In an exciting new collaboration, Berman Contemporary and Wishbone Café & Bistro Bar will be holding food and painting pairings, bringing the textures and colours of artwork to life with delicious food.
The pairing of food with art has a longstanding tradition. Both have been used to articulate status. Throughout the centuries, paintings of prestigious artists were placed on walls for the eating conveniences of the rich and powerful as an indication of their status and to impress guests. Being confined for long periods of time provided a perfect opportunity for captive diners to engage with the paintings. Renaissance master Leonardo da Vinci’s Last Supper is an example of the sacred pairing of food and art. Painted high up on the wall of the dining room in the Convent of Santa Maria delle Graziein Milan, the painting looks down onto the refectory table so that when the Abbot blessed the monk’s meal, he was presided over by the higher authority of Christ. Artists have often used artwork as currency to pay for their supper. Picasso would pay with a doodle on a serviette or an unsigned drawing. Dali was known to pay for large groups of dining friends with a check with a drawing on the back to ensure it was never cashed. Contemporary galleries are known to hold food and painting pairings, emulating the textures and colours of the paintings. A contemporary version of pairing food and artwork is currently found in the collaboration of artists and eateries in many world-class restaurants. Houston’s Restaurant CINQ showcases works from Pablo Picasso to Jean-Baptiste, and the Casa Lever restaurant in New York City displays a range of Andy Warhol’s.
Artists have often used artwork as currency to pay for their supper. Picasso would pay with a doodle on a serviette or an unsigned drawing. Dali was known to pay for large groups of dining friends with a check with a drawing on the back to ensure it was never cashed
Ten of London’s top restaurants also feature artists. Some of the artists showcased have even gone on to win prestigious art prizes. Damien Hirst’s Cock ’n Bull, an installation of a chicken and a cow preserved in formaldehyde occupies pride of place in the Tramshed restaurant. The theme of chicken and bull is cheekily paralleled in the chicken-and-steak menu. Hence, the collaboration between the upmarket Wishbone Café & Bistro Bar and artists hosted under Berman Contemporary travelling gallery space. Berman Contemporary was conceived by and is managed by Candice Berman who also owns the well established Candice Berman Fine Art Gallery, situated in the Riverside Shopping Centre, Bryanston. Unlike the Candice Berman Fine Art Gallery which occupies a physical space, Berman Contemporary functions as ‘a conceptual exhibition space’. Acclaimed artists will be hosted at various locations in 11 Alice Lane in Sandton – an exciting development not seen anywhere else in South Africa. Berman explains that Berman Contemporary ‘strives to bring the art to people and uplift and enrich areas in which we participate with using collaborative partners.’ It’s situated on a brand-new site, surrounded by interesting and cutting-edge architecture. The interior has elements of black and white deco, associated with traditional bistros but with a modern twist. The interior incorporates coppers, dark greys and natural woods to create a warm and inviting setting in which to pair gorgeous food with interesting art. At the Wishbone Café & Bistro Bar, everyone from executives down may savour the inspired cuisine and have time to enjoy the visual treats, which will include paintings and sculptures. To ensure fresh and varied visual stimuli, artworks will be changed regularly.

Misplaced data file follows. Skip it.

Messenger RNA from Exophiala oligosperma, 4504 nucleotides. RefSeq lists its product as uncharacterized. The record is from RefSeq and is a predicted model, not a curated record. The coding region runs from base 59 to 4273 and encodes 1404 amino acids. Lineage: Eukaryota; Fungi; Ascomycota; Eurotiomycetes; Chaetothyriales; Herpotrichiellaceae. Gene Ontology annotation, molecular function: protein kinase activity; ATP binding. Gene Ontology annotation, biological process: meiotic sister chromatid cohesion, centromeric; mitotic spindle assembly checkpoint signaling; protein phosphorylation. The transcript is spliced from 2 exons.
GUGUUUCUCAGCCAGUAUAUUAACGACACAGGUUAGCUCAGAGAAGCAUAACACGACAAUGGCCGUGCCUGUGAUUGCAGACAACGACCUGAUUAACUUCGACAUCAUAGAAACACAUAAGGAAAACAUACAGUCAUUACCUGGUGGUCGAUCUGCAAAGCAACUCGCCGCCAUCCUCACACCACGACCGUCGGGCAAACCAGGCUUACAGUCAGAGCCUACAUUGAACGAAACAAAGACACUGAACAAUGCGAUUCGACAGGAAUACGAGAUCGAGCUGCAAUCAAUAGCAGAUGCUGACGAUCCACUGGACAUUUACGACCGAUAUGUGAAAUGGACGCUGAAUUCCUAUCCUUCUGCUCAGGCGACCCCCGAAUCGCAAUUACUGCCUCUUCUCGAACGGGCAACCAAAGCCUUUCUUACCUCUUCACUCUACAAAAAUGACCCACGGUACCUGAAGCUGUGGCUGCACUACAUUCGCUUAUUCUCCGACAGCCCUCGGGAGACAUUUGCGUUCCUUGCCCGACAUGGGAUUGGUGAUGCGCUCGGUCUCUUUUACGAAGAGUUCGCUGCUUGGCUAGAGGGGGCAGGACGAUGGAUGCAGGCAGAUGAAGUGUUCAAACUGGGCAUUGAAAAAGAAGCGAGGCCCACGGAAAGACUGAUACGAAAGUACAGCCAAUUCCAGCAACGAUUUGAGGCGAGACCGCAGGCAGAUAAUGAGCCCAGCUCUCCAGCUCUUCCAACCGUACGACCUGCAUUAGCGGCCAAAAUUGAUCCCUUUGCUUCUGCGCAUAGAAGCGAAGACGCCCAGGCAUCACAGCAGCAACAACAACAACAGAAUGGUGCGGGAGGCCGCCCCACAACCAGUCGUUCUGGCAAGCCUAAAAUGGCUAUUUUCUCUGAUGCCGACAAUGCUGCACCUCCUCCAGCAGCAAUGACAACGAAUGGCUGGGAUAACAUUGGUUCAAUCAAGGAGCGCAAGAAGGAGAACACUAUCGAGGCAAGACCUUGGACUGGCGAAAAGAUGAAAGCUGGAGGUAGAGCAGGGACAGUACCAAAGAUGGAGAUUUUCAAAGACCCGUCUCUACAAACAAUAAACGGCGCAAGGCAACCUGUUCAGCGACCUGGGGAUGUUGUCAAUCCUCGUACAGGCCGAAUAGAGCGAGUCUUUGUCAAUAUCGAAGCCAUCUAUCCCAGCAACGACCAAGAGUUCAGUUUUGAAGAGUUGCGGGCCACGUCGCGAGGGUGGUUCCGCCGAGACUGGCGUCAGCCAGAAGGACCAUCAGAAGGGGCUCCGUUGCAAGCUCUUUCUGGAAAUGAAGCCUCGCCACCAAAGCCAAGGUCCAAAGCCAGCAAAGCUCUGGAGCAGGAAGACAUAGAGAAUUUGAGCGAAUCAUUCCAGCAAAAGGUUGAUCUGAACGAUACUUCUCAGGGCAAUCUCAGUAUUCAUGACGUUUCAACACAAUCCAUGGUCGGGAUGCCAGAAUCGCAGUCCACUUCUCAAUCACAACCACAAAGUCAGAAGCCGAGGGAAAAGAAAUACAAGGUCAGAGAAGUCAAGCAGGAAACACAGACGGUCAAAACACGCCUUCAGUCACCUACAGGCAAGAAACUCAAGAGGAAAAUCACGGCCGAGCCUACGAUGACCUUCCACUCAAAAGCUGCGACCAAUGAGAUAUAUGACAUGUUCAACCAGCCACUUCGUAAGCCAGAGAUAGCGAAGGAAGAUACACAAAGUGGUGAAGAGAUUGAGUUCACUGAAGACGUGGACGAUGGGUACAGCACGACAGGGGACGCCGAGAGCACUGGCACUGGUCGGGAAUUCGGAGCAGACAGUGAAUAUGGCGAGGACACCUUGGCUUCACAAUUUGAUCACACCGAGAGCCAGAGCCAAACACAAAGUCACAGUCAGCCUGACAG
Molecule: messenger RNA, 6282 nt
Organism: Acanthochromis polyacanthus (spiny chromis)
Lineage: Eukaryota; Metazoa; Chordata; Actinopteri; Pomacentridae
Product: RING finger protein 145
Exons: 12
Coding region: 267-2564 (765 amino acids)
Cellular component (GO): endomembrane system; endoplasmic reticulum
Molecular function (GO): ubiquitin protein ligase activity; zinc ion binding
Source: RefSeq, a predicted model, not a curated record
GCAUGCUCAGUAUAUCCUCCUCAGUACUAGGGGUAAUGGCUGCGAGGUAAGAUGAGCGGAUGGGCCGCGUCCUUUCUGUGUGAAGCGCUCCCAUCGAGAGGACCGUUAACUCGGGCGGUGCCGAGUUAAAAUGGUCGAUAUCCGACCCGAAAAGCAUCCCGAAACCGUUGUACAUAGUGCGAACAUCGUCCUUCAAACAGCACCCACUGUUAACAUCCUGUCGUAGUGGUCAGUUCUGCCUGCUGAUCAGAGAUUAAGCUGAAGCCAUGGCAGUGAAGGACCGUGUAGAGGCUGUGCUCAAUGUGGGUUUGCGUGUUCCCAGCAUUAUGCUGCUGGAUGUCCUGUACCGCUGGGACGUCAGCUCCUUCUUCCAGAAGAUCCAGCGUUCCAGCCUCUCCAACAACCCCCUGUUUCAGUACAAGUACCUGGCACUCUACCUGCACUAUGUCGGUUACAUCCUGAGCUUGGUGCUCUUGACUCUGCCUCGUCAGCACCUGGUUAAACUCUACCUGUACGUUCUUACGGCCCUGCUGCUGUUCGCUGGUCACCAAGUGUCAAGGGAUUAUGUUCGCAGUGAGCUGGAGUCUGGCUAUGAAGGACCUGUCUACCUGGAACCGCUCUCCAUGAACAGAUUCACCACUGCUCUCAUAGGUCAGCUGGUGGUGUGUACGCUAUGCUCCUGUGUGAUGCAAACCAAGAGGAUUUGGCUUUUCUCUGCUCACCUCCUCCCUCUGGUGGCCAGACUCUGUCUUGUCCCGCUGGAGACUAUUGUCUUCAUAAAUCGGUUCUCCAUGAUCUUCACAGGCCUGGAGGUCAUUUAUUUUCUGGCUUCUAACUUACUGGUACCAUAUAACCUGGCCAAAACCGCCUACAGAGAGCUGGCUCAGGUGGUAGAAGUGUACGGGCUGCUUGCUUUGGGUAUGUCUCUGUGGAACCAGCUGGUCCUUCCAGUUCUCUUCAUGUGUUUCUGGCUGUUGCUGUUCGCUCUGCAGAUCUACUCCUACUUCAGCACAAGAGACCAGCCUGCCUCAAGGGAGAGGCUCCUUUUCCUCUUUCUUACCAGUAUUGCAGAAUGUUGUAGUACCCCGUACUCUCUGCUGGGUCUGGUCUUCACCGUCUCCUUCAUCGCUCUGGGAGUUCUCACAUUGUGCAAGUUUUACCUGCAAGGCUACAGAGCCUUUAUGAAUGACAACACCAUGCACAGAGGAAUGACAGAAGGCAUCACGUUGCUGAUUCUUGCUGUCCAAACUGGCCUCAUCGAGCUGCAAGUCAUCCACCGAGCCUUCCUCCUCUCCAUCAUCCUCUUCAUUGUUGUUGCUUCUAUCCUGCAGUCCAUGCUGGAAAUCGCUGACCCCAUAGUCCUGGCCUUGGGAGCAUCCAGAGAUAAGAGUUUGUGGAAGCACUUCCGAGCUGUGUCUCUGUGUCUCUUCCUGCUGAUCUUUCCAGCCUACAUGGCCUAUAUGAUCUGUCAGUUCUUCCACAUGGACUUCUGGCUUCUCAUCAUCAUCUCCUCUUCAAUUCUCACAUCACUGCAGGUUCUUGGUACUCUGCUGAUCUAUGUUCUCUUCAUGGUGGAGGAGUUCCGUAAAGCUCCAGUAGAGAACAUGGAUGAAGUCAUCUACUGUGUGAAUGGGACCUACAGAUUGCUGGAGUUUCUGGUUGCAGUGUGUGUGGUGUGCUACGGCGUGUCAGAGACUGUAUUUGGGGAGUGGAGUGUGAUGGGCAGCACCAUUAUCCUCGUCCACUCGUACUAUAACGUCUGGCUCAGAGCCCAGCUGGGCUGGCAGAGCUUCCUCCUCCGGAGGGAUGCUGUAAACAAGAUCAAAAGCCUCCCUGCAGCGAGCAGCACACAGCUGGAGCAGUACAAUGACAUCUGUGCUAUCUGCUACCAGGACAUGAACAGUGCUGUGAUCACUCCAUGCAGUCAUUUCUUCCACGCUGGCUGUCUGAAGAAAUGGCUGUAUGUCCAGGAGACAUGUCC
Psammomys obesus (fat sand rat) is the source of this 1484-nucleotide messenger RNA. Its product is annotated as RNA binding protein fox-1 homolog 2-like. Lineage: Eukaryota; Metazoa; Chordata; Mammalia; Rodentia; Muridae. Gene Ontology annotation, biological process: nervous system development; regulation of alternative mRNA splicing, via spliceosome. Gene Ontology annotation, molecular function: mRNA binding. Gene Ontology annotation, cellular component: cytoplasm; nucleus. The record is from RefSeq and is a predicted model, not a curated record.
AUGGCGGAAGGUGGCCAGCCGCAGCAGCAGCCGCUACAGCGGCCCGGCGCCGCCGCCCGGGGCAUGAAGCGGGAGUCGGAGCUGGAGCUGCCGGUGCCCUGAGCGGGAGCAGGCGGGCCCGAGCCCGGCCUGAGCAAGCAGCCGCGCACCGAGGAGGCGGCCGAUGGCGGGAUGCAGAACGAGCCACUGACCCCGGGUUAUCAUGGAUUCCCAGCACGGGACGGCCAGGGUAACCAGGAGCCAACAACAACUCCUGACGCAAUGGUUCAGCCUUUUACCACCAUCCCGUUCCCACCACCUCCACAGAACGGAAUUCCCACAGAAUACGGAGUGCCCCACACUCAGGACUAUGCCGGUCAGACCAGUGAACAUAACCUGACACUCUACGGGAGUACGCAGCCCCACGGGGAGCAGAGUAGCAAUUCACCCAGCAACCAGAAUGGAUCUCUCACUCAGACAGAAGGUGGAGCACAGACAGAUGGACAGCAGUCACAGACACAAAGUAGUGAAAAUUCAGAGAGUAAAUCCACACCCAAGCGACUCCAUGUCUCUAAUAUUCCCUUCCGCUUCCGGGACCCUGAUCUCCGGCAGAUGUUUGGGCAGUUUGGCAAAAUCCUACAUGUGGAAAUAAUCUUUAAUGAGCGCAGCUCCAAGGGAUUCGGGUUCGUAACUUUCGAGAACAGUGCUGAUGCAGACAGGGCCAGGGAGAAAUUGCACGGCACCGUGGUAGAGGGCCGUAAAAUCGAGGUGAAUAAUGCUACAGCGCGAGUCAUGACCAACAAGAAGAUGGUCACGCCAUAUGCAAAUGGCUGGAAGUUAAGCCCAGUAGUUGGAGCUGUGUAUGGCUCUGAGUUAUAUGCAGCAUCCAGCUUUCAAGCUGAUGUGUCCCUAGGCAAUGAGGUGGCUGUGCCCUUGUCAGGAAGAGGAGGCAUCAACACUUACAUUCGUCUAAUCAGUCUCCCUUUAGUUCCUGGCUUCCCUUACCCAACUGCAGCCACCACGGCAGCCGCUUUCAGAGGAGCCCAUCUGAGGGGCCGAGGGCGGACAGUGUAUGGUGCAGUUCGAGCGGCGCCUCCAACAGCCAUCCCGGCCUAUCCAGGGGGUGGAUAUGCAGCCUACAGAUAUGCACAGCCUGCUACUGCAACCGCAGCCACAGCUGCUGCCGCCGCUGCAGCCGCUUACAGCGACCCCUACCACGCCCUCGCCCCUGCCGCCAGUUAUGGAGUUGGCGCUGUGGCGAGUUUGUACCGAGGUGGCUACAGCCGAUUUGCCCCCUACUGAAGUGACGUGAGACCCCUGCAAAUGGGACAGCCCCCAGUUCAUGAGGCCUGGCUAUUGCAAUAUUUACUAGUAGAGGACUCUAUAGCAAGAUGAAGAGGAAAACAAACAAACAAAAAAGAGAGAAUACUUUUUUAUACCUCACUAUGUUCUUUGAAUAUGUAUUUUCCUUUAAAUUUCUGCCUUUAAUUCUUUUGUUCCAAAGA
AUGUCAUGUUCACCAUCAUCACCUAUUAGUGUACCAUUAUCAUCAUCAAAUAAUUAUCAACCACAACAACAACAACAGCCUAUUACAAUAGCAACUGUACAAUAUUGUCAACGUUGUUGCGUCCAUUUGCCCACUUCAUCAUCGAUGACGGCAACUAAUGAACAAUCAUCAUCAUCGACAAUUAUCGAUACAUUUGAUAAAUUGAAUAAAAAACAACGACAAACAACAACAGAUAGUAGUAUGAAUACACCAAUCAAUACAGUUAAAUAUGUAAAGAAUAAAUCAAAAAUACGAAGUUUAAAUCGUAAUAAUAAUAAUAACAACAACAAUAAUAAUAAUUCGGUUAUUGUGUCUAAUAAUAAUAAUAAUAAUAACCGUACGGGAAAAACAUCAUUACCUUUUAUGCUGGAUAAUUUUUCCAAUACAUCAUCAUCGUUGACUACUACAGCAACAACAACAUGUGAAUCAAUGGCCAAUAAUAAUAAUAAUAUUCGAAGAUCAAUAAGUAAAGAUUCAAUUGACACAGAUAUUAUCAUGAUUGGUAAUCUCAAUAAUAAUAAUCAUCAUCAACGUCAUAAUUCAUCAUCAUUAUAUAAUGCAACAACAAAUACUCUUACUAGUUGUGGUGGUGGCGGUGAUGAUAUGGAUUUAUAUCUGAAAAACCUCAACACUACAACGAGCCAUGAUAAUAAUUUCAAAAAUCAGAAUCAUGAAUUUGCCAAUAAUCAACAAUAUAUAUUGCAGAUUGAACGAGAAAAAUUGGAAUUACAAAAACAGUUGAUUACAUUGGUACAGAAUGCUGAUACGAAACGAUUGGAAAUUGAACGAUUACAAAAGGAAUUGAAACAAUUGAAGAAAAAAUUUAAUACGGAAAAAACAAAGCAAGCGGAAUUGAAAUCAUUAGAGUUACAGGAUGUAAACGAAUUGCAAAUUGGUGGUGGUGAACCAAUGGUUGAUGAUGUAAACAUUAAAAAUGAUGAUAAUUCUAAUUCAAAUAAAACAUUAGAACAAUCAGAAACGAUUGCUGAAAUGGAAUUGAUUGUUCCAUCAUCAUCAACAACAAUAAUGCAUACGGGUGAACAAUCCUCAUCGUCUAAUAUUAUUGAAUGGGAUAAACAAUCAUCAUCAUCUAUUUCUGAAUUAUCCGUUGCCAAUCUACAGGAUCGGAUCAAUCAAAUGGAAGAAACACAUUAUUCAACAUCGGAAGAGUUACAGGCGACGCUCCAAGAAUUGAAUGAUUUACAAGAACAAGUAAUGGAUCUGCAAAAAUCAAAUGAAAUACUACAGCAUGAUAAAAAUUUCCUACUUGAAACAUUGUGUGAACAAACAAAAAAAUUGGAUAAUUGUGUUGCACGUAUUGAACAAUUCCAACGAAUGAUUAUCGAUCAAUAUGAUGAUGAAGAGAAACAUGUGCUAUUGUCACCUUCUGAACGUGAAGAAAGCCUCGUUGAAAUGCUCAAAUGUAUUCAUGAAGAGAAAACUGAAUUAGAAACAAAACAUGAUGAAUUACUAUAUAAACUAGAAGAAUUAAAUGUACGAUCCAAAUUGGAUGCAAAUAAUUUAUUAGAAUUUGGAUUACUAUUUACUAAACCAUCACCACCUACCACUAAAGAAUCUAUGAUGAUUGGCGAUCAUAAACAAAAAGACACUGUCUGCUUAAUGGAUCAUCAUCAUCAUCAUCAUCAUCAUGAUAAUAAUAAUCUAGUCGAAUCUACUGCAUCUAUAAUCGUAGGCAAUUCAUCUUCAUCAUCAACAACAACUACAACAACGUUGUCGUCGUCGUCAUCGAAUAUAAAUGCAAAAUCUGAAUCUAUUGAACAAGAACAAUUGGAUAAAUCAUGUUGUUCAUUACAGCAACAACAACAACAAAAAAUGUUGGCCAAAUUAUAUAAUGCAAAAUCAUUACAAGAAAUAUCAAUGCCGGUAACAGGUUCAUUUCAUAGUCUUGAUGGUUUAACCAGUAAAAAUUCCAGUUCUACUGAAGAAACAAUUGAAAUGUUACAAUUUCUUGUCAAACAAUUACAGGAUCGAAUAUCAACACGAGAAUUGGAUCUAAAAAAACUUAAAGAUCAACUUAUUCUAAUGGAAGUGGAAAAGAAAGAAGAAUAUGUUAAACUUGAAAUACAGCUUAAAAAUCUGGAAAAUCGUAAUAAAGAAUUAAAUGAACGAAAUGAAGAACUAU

An official launch party will be held to launch each new exhibition. These dates will be available via Berman’s newsletter, visit www.candicebermangallery.com to subscribe and information will also be available on the website www.bermancontemporary.com. The Wishbone Café & Bistro Bar opens with three South African artists from Berman Contemporary: Stefan Blom, Marcus Neustetter and Roberto Vaccaro. If Stefan Blom’s work was to have a flavour, it would be best described by the following dishes from the Wishbone Café menu. For the main course, sherry chicken liver toast made up of chicken livers sautéed with shallots, garlic and thyme with sherry and cream sauce on toast. San Pellegrino Terme sparkling water. And for dessert, crème brûlée: vanilla, custard and caramel served with lavender shortbread. If Marcus Neustetter were given the task of pairing his work with food and wine, he would pick Texan-style smoked chicken wings, dry rubbed and hot smoked, served with blue cheese or ranch sauce and celery. To drink, a Cederberg Bukettraube wine with apricot and floral notes that has a fresh sweetness. And for dessert, a berry centred dark chocolate fondant served with vanilla ice cream and additional berries. Robert Vaccaro’s food pairing would include: for the main course, roasted lamb shoulder with crushed potatoes, aubergine, green beans, confit tomatoes, herbs de provence and jus. As an accompanying wine, Diemersdal Pinotage with its complex dark berry and plum profile. For dessert, an apple tarte Tatin with caramelised apple served with salted caramel and vanilla ice cream.